Cartouche (design)

Beaux Arts cartouche of Strada Doctor Dimitrie D. Gerota no. 9, Bucharest, Romania, c.1900, unknown architect

A cartouche (also cartouch) is an oval or oblong design with a slightly convex surface, typically edged with ornamental scrollwork. It is used to hold a painted or low-relief design.[1] Since the early 16th century, the cartouche is a scrolling frame device, derived originally from Italian cartuccia. Such cartouches are characteristically stretched, pierced and scrolling.

Another cartouche figures prominently in the 16th-century title page of Giorgio Vasari's Lives of the Most Excellent Painters, Sculptors, and Architects, framing a minor vignette with a pierced and scrolling papery cartouche.

The engraved trade card of the London clockmaker Percy Webster shows a vignette of the shop in a scrolling cartouche frame of Rococo design that is composed entirely of scrolling devices.



Cartouches are found on buildings, funerary steles and sarcophagi. The cartouche is generally rectangular, delimited by a molding or one or more incised lines, with two symmetrical trapezoids on the lateral edges.


From the Renaissance to Art Deco[edit]

The Renaissance brought back elements of Greco-Roman culture, including ornaments like the cartouche. Compared to their ancient ancestors, the ones from the Renaissance are usually much more complex. Cartouches continue to be used in styles that succeed the Renaissance. Most have the usual look of a symmetrical oval with scrolls developed during the Renaissance and Baroque periods, but some are highly stylized, showing the diversity of styles popular over time. They were used constantly, and were one of the main motifs of Rococo and Beaux Arts architecture.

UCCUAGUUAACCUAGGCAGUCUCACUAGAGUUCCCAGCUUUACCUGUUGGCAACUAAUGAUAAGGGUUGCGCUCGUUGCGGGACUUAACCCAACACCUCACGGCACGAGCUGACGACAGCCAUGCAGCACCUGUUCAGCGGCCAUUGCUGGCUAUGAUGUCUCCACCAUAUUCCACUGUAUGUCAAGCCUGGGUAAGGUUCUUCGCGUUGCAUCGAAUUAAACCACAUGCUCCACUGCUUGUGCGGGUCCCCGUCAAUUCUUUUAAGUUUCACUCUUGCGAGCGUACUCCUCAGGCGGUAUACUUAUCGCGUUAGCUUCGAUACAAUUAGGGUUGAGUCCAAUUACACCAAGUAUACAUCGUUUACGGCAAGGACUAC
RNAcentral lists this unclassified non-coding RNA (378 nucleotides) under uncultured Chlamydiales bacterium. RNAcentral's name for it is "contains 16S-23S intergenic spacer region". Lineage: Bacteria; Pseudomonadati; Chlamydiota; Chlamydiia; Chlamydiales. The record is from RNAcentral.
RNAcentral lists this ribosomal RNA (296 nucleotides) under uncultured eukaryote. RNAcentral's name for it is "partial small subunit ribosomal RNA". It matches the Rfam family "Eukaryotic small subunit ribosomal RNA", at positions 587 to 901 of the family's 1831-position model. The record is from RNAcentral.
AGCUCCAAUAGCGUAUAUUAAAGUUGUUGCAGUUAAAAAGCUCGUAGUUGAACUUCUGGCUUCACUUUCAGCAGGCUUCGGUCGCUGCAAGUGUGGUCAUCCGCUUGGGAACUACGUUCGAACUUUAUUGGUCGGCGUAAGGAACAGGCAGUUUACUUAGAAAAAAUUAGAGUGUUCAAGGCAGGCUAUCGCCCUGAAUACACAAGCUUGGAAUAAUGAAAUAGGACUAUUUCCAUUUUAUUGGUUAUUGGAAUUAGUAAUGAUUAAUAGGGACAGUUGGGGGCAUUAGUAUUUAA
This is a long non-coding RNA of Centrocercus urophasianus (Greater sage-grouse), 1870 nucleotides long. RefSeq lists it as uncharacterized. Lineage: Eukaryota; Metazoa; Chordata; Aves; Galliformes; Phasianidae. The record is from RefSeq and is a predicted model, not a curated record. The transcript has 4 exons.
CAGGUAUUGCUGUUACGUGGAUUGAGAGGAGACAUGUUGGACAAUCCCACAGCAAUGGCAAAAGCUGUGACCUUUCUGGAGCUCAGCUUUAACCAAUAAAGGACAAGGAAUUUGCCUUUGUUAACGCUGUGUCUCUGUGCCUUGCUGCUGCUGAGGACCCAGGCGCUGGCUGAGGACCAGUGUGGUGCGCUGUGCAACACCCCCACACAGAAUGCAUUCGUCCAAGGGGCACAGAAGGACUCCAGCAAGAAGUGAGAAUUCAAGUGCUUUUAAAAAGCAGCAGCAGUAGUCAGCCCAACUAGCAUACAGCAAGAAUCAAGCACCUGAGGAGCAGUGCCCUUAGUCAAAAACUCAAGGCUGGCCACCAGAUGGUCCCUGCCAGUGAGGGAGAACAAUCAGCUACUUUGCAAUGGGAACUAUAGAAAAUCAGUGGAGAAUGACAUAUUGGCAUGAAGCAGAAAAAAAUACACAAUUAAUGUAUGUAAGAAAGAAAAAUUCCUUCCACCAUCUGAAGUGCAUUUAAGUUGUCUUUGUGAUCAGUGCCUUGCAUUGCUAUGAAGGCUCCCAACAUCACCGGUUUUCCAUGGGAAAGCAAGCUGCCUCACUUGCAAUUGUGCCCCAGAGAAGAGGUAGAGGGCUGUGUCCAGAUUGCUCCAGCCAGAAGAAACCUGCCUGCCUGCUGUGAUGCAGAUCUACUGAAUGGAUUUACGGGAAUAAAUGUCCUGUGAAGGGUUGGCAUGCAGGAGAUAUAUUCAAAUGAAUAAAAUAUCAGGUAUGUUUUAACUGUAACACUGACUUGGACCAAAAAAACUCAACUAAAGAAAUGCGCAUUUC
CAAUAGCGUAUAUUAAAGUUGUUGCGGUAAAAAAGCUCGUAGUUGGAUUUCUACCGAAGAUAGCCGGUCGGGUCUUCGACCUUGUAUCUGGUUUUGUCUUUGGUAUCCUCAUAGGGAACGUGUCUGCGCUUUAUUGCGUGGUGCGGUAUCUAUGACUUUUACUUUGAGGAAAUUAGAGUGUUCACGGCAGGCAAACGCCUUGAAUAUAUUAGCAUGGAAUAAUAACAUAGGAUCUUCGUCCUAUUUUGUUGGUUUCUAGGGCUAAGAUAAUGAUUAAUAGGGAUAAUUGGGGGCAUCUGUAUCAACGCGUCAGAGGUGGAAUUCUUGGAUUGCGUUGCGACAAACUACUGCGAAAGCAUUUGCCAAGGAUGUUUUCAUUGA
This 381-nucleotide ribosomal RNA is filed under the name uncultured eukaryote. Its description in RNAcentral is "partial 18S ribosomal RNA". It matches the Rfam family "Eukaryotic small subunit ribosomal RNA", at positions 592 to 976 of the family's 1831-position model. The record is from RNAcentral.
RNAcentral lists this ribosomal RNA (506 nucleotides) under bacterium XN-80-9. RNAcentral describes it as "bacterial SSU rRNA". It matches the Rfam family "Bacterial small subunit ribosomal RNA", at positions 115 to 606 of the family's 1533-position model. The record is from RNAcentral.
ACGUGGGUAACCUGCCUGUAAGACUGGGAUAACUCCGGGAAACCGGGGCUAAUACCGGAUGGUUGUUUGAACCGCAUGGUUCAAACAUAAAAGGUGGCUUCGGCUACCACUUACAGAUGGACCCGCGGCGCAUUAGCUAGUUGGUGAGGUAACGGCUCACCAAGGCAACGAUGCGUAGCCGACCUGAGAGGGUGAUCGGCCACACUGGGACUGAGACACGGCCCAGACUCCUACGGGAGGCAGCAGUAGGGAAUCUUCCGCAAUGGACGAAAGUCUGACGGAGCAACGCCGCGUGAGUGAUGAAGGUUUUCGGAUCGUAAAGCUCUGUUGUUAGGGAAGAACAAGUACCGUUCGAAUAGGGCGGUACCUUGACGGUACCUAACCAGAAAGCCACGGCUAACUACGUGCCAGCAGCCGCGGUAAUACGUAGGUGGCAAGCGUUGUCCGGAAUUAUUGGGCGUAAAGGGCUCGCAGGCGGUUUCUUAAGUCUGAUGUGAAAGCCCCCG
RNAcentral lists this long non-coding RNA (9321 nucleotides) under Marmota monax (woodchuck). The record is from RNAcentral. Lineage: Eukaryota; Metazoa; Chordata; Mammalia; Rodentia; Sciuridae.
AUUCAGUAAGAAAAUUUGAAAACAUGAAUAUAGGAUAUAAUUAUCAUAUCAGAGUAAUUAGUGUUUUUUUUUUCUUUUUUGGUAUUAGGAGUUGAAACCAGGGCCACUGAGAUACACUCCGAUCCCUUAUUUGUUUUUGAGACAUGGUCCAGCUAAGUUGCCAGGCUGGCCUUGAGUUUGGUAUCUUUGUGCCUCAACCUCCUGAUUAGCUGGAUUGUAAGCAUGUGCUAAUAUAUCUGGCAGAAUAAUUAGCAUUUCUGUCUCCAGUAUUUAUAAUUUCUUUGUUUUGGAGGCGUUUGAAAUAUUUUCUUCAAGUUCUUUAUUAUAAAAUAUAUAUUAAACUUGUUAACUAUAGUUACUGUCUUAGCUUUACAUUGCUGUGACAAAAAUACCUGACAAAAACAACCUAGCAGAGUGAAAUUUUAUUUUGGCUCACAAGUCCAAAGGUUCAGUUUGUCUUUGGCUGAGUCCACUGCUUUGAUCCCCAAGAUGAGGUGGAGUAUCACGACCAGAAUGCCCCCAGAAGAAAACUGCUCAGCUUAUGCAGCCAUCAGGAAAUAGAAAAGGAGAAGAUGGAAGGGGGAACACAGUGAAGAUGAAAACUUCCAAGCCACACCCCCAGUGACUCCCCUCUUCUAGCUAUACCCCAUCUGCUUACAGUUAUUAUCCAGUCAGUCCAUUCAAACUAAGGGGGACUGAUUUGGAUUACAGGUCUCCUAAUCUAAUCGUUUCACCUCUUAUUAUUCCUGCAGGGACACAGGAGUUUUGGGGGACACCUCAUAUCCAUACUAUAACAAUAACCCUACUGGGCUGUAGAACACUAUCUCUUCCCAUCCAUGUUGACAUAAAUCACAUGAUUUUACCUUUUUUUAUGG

Their use started to fade in Art Deco, a style created as a collective effort of multiple French designers to make a new modern style around 1910. This is because of the fact that artists of this movement tried to create new ornaments for their time, most often stylizing motifs used before, or coming up with completely new ones. Art Deco also followed the principle of simplicity, another reason for the rarity of complex ornaments like cartouches or mascarons in Art Deco.